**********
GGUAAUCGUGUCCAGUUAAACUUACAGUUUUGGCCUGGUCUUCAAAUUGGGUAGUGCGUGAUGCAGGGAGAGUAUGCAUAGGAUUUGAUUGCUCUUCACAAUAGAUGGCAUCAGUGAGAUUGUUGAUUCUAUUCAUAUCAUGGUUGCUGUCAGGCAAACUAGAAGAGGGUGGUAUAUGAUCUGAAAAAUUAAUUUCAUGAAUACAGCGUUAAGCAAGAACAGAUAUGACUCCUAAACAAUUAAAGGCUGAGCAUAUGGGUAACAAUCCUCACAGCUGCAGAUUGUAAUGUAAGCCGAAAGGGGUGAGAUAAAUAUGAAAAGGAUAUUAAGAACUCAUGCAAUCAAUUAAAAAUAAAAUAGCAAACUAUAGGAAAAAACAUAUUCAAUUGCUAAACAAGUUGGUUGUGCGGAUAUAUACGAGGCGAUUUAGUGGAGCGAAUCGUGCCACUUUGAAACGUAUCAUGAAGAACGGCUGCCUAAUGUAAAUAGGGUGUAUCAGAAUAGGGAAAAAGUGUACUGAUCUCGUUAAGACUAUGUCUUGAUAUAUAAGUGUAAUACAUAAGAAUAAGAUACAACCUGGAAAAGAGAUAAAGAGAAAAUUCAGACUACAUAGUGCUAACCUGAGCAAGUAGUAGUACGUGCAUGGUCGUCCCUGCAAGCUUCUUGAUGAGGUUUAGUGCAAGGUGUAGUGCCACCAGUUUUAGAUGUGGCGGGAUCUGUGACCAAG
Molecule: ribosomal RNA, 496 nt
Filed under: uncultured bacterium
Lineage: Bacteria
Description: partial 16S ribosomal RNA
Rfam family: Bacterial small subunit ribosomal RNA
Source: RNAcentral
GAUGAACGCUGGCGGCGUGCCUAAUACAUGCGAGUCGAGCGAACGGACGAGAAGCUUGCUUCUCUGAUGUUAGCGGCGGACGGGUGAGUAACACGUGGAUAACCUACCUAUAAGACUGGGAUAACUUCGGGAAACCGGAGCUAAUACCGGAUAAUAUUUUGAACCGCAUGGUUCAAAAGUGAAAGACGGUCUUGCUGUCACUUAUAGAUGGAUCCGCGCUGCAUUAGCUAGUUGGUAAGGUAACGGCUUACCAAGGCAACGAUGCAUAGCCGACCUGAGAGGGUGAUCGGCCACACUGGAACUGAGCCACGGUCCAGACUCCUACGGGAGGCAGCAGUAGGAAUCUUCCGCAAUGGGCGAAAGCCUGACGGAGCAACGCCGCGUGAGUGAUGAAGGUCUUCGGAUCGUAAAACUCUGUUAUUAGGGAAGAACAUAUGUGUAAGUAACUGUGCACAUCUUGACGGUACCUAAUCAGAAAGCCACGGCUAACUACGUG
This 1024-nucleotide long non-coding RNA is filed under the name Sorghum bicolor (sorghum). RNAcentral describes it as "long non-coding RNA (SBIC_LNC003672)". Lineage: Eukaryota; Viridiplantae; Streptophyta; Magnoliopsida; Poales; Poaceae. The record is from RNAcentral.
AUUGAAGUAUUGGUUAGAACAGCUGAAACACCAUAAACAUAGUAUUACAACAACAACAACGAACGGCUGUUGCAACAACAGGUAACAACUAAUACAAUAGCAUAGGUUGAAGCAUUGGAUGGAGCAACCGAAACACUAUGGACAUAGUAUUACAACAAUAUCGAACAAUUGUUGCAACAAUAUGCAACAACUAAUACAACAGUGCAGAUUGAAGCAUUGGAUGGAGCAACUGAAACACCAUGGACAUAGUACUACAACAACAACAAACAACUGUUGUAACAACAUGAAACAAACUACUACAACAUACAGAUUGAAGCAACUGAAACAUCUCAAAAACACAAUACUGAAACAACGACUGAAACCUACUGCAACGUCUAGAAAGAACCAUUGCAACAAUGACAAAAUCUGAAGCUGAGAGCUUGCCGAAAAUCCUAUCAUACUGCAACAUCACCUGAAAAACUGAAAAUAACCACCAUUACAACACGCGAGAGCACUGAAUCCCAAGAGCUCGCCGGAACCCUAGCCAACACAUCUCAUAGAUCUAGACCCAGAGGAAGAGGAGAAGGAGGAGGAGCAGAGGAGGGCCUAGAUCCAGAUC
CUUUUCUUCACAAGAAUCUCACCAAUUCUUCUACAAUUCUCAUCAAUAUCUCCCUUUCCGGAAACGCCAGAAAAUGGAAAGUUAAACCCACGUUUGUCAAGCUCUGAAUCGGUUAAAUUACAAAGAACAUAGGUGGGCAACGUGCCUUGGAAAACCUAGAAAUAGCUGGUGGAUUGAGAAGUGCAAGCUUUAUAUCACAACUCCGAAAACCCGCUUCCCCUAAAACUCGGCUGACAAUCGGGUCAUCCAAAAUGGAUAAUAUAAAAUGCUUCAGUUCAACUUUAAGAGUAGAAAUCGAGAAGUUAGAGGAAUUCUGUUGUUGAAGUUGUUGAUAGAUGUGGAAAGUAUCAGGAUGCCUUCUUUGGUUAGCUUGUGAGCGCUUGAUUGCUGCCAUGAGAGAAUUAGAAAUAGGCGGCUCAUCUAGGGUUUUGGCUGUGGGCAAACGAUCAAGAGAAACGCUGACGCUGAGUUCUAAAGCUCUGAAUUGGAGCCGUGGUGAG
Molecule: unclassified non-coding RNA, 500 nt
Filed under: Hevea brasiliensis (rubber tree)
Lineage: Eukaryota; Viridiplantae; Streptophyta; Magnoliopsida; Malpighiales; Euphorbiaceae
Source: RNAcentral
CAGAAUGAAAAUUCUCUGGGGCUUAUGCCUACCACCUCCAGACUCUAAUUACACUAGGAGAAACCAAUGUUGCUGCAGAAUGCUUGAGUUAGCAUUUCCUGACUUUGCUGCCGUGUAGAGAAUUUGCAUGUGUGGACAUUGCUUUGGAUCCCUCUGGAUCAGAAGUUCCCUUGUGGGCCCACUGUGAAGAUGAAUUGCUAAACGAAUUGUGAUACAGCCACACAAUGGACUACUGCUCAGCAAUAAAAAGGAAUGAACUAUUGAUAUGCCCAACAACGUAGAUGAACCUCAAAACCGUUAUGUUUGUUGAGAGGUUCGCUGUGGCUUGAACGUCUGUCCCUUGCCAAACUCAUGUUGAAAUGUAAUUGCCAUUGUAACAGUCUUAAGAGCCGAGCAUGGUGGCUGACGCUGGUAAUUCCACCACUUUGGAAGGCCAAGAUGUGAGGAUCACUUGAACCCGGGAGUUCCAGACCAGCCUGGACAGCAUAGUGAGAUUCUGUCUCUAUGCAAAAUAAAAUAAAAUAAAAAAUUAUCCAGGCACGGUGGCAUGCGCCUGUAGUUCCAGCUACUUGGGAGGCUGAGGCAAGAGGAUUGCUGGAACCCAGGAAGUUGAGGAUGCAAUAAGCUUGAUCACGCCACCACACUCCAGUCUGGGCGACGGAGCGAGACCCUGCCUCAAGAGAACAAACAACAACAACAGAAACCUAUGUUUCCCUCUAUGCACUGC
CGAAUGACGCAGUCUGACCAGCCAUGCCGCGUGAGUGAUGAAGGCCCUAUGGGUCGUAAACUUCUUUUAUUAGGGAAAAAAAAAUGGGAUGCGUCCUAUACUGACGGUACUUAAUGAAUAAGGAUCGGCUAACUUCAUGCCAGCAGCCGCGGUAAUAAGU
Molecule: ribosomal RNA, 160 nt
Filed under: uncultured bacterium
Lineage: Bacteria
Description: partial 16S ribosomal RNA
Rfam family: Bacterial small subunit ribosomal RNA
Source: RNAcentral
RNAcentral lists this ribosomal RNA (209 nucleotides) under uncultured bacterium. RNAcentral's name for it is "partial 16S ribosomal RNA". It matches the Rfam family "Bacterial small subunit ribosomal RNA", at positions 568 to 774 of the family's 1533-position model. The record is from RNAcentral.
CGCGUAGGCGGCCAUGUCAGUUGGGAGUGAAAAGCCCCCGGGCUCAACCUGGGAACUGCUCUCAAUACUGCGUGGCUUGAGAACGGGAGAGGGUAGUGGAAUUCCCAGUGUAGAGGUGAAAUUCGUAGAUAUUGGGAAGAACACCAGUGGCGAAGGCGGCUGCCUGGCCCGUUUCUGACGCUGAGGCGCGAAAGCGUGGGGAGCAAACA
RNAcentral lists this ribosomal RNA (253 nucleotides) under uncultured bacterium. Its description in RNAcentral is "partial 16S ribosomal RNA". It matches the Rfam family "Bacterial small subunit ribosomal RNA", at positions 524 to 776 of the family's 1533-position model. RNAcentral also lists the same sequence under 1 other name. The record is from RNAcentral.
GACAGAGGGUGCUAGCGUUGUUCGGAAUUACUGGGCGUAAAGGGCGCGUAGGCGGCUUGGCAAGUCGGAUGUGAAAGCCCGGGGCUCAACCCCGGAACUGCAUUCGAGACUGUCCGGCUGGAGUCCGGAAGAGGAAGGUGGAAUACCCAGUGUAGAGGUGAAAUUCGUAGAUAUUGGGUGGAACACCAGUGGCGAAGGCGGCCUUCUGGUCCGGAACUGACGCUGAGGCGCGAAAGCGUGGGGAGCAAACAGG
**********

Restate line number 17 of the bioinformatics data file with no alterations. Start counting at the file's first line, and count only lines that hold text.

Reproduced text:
CGAAUGACGCAGUCUGACCAGCCAUGCCGCGUGAGUGAUGAAGGCCCUAUGGGUCGUAAACUUCUUUUAUUAGGGAAAAAAAAAUGGGAUGCGUCCUAUACUGACGGUACUUAAUGAAUAAGGAUCGGCUAACUUCAUGCCAGCAGCCGCGGUAAUAAGU